‘Perceptive Deception’ made a point to slow down and chug around to break up the constant beatings of the past and make room for some odd-timed rhythms (see: “Dogmatic Conceit”) and attempt some of the more intricate things folks leadership in Deeds of Flesh, Spawn of Possession, and Defeated Sanity were doing at the time (see: “The Eternal Validity”) and this’d been a notable point of divergence despite losing the ultra-violence that made Disavowed‘s first album such a beast. ‘Revocation of the Fallen’ is so far removed in time from past works that it almost feels inappropriate to start gauging its sound against stuff from 2001 and 2007, each release offered a paradigm shift for the band whereas this third album embodies a solidarity with classic standards and isn’t necessarily built on the backs of their own corpses. The pop and wobbling bass presence of Nils Berndsen is a fine example of hitting upon auld classic sensibility that never went out of style, a bit of early Cryptopsy and ‘Pierced From Within’ twanging around the edges of the experience while amplifying the heavier grooves of the rhythm guitar work. This sponginess helps to frame the rhythmic voicing of the album more squarely, that is to say that the guitars are the warrior here and the rest of the instrumentation serves to amplify their outrageous front-and-center technical attack. Beyond maintaining their characteristic hard as nails brutal death metal style Disavowed are not redundant in this sense and haven’t wasted their time plainly hearkening back to 2001.

There are several highlights here on what is inarguably a dense, mind-crushing and long sharpened record but you’ll have to deal with its sound design kicking your ass free of its flesh first. Although he pulls out all the stops on the title track, “Defractured in Contemplation” is probably where vocalist Robbe K. (Arsebreed) first starts to throw in the most vein-popping displays of technique; Some guttural pulls chime in a bit harder in a few places on the second half of the album but those first seven tracks or so are where he competes most heavily with the guitar work. “Revocation of the Fallen” is the main centerpiece of the full listen for its slapped bass riffs and relentless progression but it was “Deformed Construct” that kept pulling me back into the full listen, reminding me why I liked brutal death metal back in the early 2000’s without having to go back through piles of trashcan sounding CD-Rs bought from MySpace bands. To be clear I don’t mean that it sounds like shit but rather that the urgency, over the top severity, and inventive groove of that era is still apparent in Disavowed‘s gig today. Like I’d suggested earlier, I’m a puss anymore and even a solid 35 minute brutal death album is a lot for my tenderized mind but goddamn does Disavowed get it right on ‘Revocation of the Fallen’. It should feel like solidarity for long-standing fans and something sharp and refreshingly straightforward for the modern day brutalist. High recommendation.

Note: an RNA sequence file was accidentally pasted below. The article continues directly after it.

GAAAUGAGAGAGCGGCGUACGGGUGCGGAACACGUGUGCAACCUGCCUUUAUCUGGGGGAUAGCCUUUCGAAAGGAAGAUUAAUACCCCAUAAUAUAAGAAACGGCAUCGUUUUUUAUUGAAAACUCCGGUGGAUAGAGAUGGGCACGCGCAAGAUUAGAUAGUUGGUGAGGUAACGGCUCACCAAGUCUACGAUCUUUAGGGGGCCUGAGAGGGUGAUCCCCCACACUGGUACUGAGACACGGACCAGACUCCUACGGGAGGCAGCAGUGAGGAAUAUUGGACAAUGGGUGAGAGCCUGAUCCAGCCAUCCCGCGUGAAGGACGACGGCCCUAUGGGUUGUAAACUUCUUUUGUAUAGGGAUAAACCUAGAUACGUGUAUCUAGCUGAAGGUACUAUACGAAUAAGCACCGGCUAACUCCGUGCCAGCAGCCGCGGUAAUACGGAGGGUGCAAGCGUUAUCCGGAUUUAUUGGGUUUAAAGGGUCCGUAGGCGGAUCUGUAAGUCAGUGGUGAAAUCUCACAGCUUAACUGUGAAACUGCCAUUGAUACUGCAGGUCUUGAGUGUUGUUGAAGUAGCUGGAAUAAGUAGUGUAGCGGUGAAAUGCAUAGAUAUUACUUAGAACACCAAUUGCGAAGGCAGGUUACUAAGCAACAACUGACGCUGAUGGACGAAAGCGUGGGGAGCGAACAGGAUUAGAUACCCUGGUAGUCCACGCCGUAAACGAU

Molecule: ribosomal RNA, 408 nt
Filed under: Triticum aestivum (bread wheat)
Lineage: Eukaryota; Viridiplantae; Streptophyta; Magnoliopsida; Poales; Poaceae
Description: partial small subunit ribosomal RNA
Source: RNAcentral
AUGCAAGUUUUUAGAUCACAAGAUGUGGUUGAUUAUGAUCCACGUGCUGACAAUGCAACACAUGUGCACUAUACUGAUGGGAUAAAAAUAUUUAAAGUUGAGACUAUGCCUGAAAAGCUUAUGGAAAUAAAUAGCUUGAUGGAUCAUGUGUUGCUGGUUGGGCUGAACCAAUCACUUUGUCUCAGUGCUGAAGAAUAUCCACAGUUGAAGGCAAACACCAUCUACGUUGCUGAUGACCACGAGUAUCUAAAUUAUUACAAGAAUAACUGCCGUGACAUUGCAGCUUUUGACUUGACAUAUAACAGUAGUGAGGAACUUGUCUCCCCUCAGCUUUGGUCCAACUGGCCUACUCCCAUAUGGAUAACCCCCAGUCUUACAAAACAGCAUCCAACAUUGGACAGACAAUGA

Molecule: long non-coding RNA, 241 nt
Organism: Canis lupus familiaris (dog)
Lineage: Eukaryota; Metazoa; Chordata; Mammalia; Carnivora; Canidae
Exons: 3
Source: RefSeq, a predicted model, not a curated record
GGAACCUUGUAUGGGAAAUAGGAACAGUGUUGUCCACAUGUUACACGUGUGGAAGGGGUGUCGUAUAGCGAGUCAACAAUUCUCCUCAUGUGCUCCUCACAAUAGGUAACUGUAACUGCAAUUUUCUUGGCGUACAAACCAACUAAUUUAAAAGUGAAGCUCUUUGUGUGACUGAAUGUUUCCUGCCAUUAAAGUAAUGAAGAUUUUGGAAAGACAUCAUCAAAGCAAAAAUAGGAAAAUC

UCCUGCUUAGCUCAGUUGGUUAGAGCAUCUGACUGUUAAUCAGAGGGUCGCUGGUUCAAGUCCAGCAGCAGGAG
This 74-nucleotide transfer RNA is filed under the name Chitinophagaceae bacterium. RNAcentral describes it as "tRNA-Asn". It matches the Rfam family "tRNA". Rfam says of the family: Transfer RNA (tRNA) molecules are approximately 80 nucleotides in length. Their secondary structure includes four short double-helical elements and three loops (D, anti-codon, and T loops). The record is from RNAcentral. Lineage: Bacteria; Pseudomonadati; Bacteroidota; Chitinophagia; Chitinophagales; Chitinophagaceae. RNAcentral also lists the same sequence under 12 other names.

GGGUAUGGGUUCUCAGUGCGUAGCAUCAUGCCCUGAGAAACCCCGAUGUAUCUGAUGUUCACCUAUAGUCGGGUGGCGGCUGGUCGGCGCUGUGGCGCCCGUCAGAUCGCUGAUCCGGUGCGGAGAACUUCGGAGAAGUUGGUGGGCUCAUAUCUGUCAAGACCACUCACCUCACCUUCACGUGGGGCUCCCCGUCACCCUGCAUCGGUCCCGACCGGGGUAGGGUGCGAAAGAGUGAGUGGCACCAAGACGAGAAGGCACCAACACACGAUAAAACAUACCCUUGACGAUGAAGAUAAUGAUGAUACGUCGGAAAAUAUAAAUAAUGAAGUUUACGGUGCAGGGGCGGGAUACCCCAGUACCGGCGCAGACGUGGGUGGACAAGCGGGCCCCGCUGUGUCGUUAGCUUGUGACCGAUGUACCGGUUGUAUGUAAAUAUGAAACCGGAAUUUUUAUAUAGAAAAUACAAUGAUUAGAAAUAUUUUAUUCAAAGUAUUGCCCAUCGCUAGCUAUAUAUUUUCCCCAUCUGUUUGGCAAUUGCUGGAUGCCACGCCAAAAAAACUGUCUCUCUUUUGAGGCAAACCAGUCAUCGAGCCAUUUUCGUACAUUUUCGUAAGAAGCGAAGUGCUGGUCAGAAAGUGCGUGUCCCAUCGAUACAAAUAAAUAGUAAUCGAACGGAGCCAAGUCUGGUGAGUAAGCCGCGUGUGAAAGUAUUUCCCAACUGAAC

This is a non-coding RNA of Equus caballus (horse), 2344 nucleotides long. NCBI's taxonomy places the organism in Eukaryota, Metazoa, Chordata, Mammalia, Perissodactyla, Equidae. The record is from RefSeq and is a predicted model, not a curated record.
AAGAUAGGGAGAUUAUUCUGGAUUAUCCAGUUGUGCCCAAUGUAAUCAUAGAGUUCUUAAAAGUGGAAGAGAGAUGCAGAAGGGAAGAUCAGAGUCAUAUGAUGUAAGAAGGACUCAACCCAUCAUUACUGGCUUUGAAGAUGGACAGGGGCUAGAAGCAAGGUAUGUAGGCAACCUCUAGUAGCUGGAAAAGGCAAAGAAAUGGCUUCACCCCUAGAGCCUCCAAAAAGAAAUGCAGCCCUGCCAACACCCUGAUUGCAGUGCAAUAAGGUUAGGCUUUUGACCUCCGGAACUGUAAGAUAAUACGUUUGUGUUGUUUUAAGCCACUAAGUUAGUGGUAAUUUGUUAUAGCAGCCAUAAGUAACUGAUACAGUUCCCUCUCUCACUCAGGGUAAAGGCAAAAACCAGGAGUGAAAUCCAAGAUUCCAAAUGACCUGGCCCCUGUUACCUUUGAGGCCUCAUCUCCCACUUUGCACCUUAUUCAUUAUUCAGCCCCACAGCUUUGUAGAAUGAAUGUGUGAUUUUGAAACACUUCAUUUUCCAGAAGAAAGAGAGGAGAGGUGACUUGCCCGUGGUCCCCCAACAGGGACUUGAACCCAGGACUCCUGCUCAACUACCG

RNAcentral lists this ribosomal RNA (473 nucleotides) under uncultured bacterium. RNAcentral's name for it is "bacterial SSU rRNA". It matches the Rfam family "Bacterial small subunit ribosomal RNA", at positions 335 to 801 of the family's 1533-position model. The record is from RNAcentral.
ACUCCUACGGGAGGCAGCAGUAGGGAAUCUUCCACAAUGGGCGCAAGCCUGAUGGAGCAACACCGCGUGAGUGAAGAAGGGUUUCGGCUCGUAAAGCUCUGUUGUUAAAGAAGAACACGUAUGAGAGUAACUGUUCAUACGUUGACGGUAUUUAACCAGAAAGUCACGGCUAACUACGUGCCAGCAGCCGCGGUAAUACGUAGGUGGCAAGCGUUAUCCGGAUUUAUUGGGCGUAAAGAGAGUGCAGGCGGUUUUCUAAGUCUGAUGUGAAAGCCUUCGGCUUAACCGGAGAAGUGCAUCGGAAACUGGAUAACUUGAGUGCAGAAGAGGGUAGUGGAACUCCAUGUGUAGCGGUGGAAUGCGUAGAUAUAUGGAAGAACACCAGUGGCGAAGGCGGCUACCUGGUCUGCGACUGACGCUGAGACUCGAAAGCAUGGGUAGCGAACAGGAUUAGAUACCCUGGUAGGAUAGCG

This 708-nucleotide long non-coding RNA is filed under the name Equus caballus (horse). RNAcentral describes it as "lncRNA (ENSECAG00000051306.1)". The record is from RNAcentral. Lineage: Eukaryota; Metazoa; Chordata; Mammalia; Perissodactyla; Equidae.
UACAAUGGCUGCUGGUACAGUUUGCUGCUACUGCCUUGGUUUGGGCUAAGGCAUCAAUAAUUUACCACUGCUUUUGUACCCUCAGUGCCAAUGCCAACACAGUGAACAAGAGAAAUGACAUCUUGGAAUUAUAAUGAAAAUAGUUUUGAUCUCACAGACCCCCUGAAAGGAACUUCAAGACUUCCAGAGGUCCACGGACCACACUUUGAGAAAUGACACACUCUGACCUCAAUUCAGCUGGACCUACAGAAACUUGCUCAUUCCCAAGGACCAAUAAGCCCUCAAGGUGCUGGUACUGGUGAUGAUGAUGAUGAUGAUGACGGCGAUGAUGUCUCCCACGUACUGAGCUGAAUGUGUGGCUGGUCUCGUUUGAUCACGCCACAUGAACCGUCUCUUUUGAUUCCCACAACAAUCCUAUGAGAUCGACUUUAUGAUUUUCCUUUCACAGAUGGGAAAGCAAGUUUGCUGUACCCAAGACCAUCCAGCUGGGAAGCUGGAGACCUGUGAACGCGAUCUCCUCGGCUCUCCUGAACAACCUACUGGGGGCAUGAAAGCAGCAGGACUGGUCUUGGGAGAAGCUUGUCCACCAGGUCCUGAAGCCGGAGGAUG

High recommendation.

Rating: 7.5 out of 10.
TITLE:Revocation of the Fallen
LABEL(S):Brutal Mind Productions
RELEASE DATE:July 31st, 2020
BUY/LISTEN/STREAM:Bandcamp [All Formats]
GENRES:Brutal Death Metal